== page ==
This iteration of the Kraken V3 introduces Razer’s TriForce Titanium 50mm Drivers to the family, described to push out “exceptional highs, mids, and lows that [don’t sound] muddy, providing a more dynamic listening experience for deeper immersion,” according to the Kraken V3’s landing page on Razer’s site.
I tested this by immediately listening to a few songs, starting with Busta Rhymes’ “Put Your Hands Where My Eyes Can See” and “Truck Volume” on Spotify. Both records deliver heavy kicks and epic bass, respectively. The cans produced the thump I was looking for out of the box, but the track(s) truly began to shine when I played around with the enhancements Synapse provides. I played around with the bass meter under the Music preset under the Audio Equalizer until I was satisfied with the results, and boy was I satisfied.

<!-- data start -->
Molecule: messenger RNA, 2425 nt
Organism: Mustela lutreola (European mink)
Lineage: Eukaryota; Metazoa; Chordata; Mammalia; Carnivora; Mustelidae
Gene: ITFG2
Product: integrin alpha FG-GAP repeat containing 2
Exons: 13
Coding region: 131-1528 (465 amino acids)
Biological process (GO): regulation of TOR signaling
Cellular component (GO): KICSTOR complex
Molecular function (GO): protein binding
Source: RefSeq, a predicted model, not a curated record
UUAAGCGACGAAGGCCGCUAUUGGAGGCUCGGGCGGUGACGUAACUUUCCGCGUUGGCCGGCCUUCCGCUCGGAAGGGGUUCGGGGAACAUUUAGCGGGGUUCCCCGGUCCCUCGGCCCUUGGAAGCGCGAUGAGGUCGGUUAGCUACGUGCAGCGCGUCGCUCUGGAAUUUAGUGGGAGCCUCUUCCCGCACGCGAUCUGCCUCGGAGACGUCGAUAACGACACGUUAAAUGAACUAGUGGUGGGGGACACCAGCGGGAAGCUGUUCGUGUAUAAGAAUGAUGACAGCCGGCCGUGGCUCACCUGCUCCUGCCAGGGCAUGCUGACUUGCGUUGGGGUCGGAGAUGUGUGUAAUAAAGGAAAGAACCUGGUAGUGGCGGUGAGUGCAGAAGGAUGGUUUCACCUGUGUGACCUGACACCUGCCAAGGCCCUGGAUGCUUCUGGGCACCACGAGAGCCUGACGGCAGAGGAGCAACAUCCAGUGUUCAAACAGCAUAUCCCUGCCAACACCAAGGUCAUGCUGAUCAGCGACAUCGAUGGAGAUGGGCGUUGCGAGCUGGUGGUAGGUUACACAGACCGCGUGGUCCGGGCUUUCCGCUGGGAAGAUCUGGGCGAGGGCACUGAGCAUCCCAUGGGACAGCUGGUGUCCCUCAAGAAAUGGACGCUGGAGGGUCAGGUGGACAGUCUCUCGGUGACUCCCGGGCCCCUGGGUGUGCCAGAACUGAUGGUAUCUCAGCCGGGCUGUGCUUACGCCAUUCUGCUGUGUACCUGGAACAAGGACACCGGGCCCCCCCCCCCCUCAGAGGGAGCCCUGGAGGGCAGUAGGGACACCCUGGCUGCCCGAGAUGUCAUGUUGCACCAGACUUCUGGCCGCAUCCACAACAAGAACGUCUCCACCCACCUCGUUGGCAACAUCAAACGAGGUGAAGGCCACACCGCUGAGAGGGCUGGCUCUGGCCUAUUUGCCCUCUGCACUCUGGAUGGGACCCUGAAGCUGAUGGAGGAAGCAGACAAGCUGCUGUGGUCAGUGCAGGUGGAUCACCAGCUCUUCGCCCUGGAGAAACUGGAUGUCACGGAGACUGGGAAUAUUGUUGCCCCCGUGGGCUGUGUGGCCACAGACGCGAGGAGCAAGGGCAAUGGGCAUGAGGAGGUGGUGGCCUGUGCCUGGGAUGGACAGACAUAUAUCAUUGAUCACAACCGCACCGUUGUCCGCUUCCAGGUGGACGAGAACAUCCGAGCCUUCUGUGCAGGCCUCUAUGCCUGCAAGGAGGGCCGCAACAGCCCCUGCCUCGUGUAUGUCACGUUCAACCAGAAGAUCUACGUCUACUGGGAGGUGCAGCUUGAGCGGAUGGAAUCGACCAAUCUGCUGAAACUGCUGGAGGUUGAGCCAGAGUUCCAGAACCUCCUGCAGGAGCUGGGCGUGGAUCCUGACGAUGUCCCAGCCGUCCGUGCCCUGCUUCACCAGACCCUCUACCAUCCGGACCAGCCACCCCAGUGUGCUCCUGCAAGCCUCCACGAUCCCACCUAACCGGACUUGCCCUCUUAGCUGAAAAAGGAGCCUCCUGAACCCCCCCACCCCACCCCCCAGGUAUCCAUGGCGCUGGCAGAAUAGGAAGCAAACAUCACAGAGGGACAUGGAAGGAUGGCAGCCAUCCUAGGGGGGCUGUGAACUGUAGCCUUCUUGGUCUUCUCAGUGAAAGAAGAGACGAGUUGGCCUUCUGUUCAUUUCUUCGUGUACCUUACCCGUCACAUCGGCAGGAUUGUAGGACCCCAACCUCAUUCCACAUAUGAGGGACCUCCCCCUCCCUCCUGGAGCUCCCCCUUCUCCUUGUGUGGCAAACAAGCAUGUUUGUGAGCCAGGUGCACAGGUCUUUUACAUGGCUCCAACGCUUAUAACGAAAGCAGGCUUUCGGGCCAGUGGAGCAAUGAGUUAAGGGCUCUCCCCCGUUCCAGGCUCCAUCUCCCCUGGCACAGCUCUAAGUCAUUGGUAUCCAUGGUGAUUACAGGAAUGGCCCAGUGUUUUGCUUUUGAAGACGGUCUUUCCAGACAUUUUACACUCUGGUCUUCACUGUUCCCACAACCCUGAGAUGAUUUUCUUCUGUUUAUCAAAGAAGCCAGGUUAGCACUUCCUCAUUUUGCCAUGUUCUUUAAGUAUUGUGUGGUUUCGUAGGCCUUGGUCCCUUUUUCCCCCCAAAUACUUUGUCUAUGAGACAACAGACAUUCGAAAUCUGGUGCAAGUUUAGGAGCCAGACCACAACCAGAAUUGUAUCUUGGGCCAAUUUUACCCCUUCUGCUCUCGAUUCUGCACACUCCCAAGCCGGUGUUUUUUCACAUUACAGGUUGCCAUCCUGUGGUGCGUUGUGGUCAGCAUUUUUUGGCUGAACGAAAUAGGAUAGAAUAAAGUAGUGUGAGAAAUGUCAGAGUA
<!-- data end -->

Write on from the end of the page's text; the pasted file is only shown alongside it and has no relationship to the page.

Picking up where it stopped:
However, the true litmus test for finding the best settings combination was listening to a Trance track called “Deep Down” by Josh Dresden and Winter Kills. It showcases the perfect blend between soft, angelic vocals and heavy kicks to the backdrop for some serious bass. I landed on boosting the base by 25% and turning Sound Normalization to 50% while using the Music Preset. I also went into the settings of Spotify and toggled the Highest Playback and Loud Volume settings on. Lastly, for the heck of it, I signed up for a free trial of Dolby Access and used the Detailed option under the Music Intelligent Equalizer for some extra clarity. The resulting playback was godly. Although Dolby Acess may be a bit excessive and the settings above sound great without it, the Spatial audio noticeably sounds better alongside Atmos.
This sentiment also extends to watching films with the V3. Using Dolby Access Detailed settings alongside the Movie Preset in Synapse was true immersion. I watched Dune for my third time, this time using the headset. In this watch-through, I realized just how much Hans Zimmer’s score contributes to the epicness of the film.